In order to add annotations to the set stored with the document, that set needs to be used directly, not a result set obtained from it. Note that if an annotation is added to the original set, this does not affect any result set already obtained:

In [11]:
annset.add(2,3,"SomeOtherNew")
print(annset)
AnnotationSet([Annotation(0,4,Token,features=Features({}),id=0), Annotation(0,13,Document,features=Features({}),id=2), Annotation(1,2,Vowel,features=Features({}),id=3), Annotation(2,3,SomeOtherNew,features=Features({}),id=8), Annotation(3,4,Vowel,features=Features({}),id=4), Annotation(5,13,Token,features=Features({}),id=1), Annotation(20,25,X,features=Features({}),id=5), Annotation(20,21,X,features=Features({}),id=6), Annotation(20,27,X,features=Features({}),id=7)])

Overview over the AnnotationSet API

In [12]:
# get the annotation set name
print(annset.name)
MySet
In [13]:
# Get the number of annotations in the set: these two are equivalent
print(annset.size, len(annset))
9 9
In [14]:
# Get the document the annotation set belongs to:
print(annset.document)
Document(some document with some text so we can add annotations.,features=Features({}),anns=['MySet':9])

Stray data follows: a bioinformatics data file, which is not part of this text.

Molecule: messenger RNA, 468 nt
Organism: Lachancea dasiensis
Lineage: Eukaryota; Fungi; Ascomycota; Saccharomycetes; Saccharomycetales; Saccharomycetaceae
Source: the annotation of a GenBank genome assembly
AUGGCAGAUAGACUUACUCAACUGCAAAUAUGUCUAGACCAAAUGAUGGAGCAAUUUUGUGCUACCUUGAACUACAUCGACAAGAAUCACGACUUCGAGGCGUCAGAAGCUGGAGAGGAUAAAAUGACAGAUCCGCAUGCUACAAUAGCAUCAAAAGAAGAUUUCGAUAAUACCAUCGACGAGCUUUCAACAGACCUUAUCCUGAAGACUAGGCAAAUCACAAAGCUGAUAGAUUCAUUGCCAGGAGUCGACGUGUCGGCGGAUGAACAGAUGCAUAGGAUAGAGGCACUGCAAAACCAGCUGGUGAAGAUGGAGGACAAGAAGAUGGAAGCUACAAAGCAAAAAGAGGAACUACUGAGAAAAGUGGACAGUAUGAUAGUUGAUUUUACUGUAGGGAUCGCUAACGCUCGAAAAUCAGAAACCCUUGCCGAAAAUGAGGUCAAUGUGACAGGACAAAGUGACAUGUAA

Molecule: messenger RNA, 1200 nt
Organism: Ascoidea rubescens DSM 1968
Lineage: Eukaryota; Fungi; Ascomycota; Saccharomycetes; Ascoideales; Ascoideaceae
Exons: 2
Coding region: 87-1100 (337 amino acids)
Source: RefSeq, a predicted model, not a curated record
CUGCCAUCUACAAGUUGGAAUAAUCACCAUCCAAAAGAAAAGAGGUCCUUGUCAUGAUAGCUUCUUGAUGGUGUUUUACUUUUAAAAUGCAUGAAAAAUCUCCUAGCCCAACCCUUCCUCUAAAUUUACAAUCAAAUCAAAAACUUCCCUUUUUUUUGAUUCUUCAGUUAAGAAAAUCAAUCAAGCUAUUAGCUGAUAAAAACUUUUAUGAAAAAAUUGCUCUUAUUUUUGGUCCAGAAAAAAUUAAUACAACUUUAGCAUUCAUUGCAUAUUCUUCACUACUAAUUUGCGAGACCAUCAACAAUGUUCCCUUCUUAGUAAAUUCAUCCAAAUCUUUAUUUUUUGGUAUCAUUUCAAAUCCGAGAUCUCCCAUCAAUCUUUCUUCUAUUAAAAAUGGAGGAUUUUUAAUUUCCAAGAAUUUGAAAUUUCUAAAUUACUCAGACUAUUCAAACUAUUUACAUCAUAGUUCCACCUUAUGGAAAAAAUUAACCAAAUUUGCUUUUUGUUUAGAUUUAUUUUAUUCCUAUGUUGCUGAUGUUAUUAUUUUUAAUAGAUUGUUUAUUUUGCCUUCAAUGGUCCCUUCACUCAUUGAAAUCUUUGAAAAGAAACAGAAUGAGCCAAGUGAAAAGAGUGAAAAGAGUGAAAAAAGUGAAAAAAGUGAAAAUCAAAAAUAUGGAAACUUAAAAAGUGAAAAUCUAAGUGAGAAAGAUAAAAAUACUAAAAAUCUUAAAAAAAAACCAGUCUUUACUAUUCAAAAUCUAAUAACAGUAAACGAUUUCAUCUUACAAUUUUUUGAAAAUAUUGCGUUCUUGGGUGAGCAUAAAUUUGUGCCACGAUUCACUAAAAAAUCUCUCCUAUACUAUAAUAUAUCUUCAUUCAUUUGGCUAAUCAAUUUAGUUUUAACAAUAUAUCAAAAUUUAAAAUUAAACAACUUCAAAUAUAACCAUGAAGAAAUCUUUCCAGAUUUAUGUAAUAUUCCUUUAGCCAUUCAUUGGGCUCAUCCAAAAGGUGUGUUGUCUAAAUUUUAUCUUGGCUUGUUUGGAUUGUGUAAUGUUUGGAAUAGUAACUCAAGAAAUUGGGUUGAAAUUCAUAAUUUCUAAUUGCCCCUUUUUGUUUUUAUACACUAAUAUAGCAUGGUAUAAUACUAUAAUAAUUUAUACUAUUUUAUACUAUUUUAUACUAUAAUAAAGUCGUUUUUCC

In [15]:
# But a detached set does not have a document it belongs to:
print(anns_vowel.document)
None
In [16]:
# Get the start and end offsets for the whole annotation set
print(annset.start, annset.end)
# or return a tuple directly
print(annset.span)
0 27
(0, 27)
In [17]:
# get an annotation by annotation id
a1 = anns_vowel.get(8)
print(a1)
Annotation(2,3,SomeNew,features=Features({}),id=8)
In [18]:
# add an annotation that looks exactly as a given annotation:
# the given annotation itself is not becoming a member of the set
# It gets a new annotation id and a new identity. However the features are shared.
# An annotation can be added multiple times this way:
a2 = annset.add_ann(a1)
print(a2)
a3 = annset.add_ann(a1)
print(a3)
Annotation(2,3,SomeNew,features=Features({}),id=9)
Annotation(2,3,SomeNew,features=Features({}),id=10)
In [19]:
# Remove an annotation from the set.
# This can be done by annotation id:
annset.remove(a3.id)
# or by passing the annotation to remove
annset.remove(a2)
print(annset)
AnnotationSet([Annotation(0,4,Token,features=Features({}),id=0), Annotation(0,13,Document,features=Features({}),id=2), Annotation(1,2,Vowel,features=Features({}),id=3), Annotation(2,3,SomeOtherNew,features=Features({}),id=8), Annotation(3,4,Vowel,features=Features({}),id=4), Annotation(5,13,Token,features=Features({}),id=1), Annotation(20,25,X,features=Features({}),id=5), Annotation(20,21,X,features=Features({}),id=6), Annotation(20,27,X,features=Features({}),id=7)])
In [20]:
# Check if an annotation is in the set

print("ann_tok1 in the set:", ann_tok1 in annset)
tmpid = ann_tok1.id
print("ann_tok1 in the set, by id:", tmpid in annset)
ann_tok1 in the set: True
ann_tok1 in the set, by id: True
In [21]:
# Get all annotation type names in an annotation set
print("Types:", annset.type_names)
Types: dict_keys(['Token', 'Document', 'Vowel', 'X', 'SomeOtherNew', 'SomeNew'])